CAIRO, Jan. 29 (Xinhua) -- The recent temporary entry ban imposed by U.S. President Donald Trump on visitors from seven Muslim states has been received by world and regional criticism.
Friday's decision was criticized by the seven concerned states - Syria, Iraq, Yemen, Libya, Somalia, Sudan and Iran - as well as Western governments including those of Canada, Britain, Germany, France, Sweden, Switzerland, the Netherlands, Czech and others.
It was also declined by world and regional bodies including the United Nations, the European Union and the Arab League.
British Prime Minister Theresa May's office said Sunday that the minister would interfere if the decision affected British nationals, stressing, "we do not agree with this kind of approach."
Canadian Prime Minister Justin Trudeau tweeted, "To those fleeing persecution, terror and war, Canadians will welcome you regardless of your faith. Diversity is our strength," posting a photo of him greeting a Syrian child at a Canadian airport.
Trump's entry ban was also rejected by French Foreign Minister Jean-Marc Ayrault, who emphasized that "welcoming refugees who are fleeing war is part of our duty."
As for German Chancellor Angela Merkel, she slammed Trump's 90-day restrictions on the seven Muslim countries' refugees and migrants as unjustifiable.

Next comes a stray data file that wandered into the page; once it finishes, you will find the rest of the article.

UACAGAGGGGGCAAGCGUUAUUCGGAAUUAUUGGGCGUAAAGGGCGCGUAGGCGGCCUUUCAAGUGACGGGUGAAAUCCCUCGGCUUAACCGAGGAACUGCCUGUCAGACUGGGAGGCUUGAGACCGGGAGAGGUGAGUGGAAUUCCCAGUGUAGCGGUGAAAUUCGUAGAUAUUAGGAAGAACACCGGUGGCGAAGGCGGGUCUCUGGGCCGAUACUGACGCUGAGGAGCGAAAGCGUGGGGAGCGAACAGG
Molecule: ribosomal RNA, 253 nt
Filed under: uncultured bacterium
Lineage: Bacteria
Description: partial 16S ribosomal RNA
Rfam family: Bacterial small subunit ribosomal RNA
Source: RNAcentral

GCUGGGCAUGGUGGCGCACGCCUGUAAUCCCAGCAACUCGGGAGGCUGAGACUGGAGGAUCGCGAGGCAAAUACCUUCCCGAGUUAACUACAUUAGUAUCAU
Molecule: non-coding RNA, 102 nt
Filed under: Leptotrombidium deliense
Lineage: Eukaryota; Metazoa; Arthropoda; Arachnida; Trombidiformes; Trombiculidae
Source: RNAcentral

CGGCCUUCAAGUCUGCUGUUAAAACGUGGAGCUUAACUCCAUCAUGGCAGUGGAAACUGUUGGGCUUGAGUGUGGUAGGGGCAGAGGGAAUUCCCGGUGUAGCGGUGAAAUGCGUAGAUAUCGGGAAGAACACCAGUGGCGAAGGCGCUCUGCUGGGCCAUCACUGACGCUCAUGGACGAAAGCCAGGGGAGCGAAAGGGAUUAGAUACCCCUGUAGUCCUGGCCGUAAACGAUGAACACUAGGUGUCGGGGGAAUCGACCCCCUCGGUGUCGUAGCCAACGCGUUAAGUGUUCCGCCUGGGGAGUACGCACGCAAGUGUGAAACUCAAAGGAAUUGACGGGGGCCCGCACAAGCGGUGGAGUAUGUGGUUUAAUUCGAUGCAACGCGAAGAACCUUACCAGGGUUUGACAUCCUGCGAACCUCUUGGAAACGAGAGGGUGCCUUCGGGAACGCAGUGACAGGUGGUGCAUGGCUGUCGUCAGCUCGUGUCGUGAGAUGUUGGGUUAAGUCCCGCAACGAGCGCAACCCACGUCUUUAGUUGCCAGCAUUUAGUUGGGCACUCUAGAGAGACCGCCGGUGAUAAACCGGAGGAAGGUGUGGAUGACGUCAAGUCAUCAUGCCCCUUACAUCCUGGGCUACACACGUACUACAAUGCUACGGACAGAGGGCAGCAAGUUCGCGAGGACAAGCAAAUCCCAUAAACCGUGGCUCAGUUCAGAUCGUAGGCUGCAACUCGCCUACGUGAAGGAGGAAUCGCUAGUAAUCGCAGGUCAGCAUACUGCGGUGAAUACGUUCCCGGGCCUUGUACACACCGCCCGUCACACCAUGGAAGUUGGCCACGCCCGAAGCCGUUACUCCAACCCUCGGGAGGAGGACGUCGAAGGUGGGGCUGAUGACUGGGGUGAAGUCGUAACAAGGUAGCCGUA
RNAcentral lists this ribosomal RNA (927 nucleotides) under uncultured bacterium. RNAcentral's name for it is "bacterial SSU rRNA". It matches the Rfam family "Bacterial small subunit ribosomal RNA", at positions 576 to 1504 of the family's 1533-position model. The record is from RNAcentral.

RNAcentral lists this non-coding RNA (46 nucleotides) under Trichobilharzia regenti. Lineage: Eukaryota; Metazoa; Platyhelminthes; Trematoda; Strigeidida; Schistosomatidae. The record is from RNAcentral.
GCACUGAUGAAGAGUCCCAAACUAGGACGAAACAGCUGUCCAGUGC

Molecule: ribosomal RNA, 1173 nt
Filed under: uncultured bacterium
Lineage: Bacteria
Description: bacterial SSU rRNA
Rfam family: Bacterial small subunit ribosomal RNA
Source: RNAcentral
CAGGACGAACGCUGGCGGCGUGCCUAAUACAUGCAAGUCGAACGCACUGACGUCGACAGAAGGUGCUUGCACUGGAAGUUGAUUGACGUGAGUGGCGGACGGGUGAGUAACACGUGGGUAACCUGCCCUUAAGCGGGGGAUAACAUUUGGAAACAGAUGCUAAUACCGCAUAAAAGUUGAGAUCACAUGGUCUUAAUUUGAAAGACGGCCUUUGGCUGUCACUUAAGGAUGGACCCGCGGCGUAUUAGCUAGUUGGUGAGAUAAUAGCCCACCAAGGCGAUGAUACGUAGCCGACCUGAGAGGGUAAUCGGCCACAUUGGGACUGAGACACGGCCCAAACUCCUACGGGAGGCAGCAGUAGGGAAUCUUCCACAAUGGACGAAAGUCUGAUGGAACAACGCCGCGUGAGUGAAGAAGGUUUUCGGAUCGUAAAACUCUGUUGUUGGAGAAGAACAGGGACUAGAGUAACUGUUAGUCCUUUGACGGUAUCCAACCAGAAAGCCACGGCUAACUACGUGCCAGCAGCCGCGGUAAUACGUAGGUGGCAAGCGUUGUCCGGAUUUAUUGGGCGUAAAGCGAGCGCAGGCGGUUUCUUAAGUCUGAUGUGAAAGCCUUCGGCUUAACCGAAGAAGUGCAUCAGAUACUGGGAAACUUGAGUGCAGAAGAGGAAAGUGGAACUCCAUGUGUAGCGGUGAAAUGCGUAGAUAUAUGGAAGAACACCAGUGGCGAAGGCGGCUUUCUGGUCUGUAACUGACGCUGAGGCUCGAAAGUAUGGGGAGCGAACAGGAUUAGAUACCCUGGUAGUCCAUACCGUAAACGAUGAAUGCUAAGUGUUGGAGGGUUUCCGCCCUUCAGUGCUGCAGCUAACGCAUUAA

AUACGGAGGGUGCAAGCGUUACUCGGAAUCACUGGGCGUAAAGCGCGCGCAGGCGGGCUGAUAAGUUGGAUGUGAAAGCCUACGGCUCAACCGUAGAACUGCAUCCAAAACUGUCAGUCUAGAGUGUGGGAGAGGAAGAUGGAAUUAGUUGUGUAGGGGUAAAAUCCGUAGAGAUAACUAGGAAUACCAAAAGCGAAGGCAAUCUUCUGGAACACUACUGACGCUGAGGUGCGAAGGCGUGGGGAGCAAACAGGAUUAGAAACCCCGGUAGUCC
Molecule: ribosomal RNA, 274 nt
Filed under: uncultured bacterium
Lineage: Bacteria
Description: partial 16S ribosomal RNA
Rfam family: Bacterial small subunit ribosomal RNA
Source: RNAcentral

"It is not justified to place people from a certain origin or belief under general suspicion," said Merkel's spokesman on Sunday, noting she raised the issue on a phone call with Trump one day following the entry ban.
Also on Sunday, Sudan summoned the U.S. charge d'affaires in Khartoum to protest the ban, while Iran summoned Switzerland's ambassador for the same purpose, as he is the one in charge of the U.S. interests in the Islamic Republic.
Iranian Foreign Minister Javad Zarif described earlier on Sunday Trump's entry ban as "a great gift to extremists." A day earlier, the Iranian foreign ministry denounced the move as "an open affront against the Muslim world."
In Baghdad, the parliament's foreign affairs committee urged on Sunday the Iraqi government to "respond equally" to Trump's entry ban and prevent U.S. nationals from entering the Arab country.
Similar statements were made by officials from other involved Muslim countries including Libya and Yemen and some countries irrelevant to the ban like Indonesia.
With regards to international and regional organizations, UN agencies jointly appealed to Washington to backtrack Trump's anti-refugee decision, pressing "the need of refugees and migrants worldwide have never been greater, and the U.S. resettlement program is one of the most important in the world."
EU foreign policy chief Federica Mogherini vowed that her commission would continue to support, welcome and take care of those who flee from war. "We will keep working for peace and coexistence. This is our history, this is our identity, our work and our commitment," she added.
For his part, AL Secretary-General Ahmed Aboul-Gheit voiced on Sunday his deep concern over Trump's "unjustified restrictions," urging the U.S. administration to reconsider its position that would have negative social and cultural effects.